Ever wonder who’s standing next to you in your corral at the start line, or cheering you on when you’re about to give up during a race? We’ll be featuring guest bloggers that have a passion for Rock ‘n’ Roll and inspire us by their dedication and commitment to the sport of running. You may recognize their faces, but the purpose of these posts is to put a face behind the name to better understand their journey to self-discovery.
Today’s post comes to us from guest contributor, George Melichar, marathoner, Team Refuel athlete for Got Chocolate Milk, and Rock ‘n’ Roll Ambassador. Read about his path to self-discovery to the Rock ‘n’ Roll New Orleans start line and how it changed his life for the better.
In September 2009, I retired from my career in the commodities trade at the Chicago Mercantile Exchange and moved to New Orleans to be part of recovery efforts in the Gulf South. Once settled in the French Quarter, I began volunteering at recovering school districts and provided art clubs for students without art programs. Helping others brought me great satisfaction, but something was still missing from my life. At 270 lbs and a master at hiding my weight, I decided enough was enough and committed to getting healthy. I started power walking the St. Charles streetcar tracks and gradually worked my way up to running to see more of Orleans Parish. I trained and learned from fellow runners, who encouraged me to sign up for my first 5K. I will never forget the overwhelming disappointment and emotion I felt that day when I could not finish the race (DNF’d). This disappointment made me even more determined to make a positive change in my life. The next day I grabbed a pad of paper and drew a line down the middle. On one side I wrote the things I didn’t like about myself and on the other side I wrote who I wanted to be. I took the first step by calling my closest friends and family (“the board of directors” in my life), asking for their support. Next on the list: signing up for Rock ‘n’ Roll New Orleans Half Marathon. I took every bit of negative energy, doubt, and fear I felt from my past failure, and focused this emotion into my training. The result was a purpose, a smile, the beginning of my inner personality matching my outer personality.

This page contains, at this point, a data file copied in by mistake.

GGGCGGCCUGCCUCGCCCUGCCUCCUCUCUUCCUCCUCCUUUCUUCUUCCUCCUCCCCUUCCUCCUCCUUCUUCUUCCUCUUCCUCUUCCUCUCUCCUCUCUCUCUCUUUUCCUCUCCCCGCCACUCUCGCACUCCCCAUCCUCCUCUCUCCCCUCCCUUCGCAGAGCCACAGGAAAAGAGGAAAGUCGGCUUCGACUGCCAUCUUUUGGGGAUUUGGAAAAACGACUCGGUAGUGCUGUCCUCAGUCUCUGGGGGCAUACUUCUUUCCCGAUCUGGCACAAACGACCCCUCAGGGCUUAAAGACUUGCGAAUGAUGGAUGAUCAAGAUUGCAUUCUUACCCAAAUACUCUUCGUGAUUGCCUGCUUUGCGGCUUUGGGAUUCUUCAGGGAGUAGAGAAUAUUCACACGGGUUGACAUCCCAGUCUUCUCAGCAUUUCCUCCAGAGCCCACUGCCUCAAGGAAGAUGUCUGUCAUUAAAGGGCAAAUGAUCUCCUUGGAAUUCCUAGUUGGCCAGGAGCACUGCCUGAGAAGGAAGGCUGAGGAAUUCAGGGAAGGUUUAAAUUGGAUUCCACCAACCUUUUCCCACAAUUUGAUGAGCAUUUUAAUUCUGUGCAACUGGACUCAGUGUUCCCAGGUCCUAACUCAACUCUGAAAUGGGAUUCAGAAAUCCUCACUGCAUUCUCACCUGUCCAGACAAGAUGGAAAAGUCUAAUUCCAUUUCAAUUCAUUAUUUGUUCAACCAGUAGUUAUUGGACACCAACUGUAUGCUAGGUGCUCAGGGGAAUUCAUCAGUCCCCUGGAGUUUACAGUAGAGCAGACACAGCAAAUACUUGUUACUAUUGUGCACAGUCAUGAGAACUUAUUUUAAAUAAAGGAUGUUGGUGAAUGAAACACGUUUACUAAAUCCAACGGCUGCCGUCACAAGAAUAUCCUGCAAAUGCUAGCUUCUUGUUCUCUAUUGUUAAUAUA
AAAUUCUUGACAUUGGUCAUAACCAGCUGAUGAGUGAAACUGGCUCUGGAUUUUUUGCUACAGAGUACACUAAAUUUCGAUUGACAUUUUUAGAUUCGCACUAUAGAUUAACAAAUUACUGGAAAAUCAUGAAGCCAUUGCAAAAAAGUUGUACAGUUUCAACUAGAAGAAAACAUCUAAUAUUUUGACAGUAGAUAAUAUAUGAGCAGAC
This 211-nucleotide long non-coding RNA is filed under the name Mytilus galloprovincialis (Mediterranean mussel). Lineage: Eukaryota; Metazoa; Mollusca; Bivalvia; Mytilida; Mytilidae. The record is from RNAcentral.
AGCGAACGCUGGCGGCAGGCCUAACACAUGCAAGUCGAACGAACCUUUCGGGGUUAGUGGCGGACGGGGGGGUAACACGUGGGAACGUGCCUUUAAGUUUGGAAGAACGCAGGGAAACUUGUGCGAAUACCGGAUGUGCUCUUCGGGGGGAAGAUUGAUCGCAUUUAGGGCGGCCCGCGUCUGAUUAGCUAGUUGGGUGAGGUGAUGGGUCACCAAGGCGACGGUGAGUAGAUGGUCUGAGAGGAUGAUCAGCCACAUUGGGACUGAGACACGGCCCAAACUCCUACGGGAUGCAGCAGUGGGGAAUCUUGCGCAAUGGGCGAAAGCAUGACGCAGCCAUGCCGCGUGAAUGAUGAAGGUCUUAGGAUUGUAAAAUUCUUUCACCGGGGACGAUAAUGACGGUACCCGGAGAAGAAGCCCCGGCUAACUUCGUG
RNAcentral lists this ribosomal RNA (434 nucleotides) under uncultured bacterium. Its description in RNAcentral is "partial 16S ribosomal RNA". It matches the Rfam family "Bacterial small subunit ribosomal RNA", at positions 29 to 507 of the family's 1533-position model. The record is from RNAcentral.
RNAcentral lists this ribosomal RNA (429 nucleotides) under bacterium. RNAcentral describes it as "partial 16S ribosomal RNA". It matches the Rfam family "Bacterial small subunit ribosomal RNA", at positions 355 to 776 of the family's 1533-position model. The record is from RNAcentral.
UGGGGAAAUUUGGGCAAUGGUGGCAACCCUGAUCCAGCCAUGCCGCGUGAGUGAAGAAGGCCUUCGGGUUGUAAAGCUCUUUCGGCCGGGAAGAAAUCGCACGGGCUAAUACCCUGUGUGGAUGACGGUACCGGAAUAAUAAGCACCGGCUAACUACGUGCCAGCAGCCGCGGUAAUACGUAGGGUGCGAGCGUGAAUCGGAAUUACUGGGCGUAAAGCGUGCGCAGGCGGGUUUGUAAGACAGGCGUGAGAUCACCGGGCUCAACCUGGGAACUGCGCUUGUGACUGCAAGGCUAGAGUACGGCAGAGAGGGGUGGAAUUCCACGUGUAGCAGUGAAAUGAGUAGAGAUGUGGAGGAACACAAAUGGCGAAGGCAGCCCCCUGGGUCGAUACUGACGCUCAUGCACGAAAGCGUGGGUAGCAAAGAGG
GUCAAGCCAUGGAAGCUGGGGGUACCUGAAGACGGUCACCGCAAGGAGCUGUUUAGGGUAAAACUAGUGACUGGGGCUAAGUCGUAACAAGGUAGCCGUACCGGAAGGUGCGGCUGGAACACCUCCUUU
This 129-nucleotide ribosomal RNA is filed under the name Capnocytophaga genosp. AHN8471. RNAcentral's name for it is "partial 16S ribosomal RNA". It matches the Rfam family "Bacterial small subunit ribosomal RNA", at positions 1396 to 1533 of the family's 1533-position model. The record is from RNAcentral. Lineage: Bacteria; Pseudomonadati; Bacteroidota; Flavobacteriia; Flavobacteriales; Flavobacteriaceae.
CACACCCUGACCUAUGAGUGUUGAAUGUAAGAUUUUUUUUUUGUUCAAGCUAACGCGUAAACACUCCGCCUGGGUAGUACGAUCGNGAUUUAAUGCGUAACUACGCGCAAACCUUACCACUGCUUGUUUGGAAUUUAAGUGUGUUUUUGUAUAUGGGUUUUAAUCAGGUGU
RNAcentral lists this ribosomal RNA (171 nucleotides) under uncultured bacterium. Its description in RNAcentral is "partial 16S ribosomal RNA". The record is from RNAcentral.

During my training I had the opportunity to meet Joe Myers at the Hard Rock Cafe’ in New Orleans, who confided in me about his wife Jeri’s strength as a breast cancer survivor. Her will to get better inspired me to believe anything is possible if you put your mind to it. Race weekend finally arrived and I headed to packet pick-up at the expo. I was nervous, but at the same time inspired by the excitement of all the runners around me. On an impulsive whim I decided to upgrade my bib from the half marathon to a full marathon, not truly understanding what I was getting myself into. I remember approaching the start line race morning with a buzz in my step, nerves flying high. I felt comforted when I saw my running friend Michelle Johnson assigned to the same corral which was a nice distraction before the race. The on-course energy pulsed through my veins as I ran, and I felt even more motivated to push through the pain with the live jazz bands and local community cheering me on. When I started struggling on Esplanade Street to City Park, runners next to me saw my difficulty and cheered me on. When I finally crossed the finish line emotion took over, and I could feel the tears building in my eyes. I had come so far from that first 5K, and I knew this was just the beginning to my new life.
The sport of running has provided me with an authentic experience that ROCKS! Not only am I surrounded by a running community, but a family and social network with a passion and zest for life. Running is not a manicured experience, but a global sharing of goals. I am inspired and energized by the runners I meet, the sights I see, and the community of fans that cheer me on as I accomplish my goal. Life is a journey and this is how I started celebrating my run.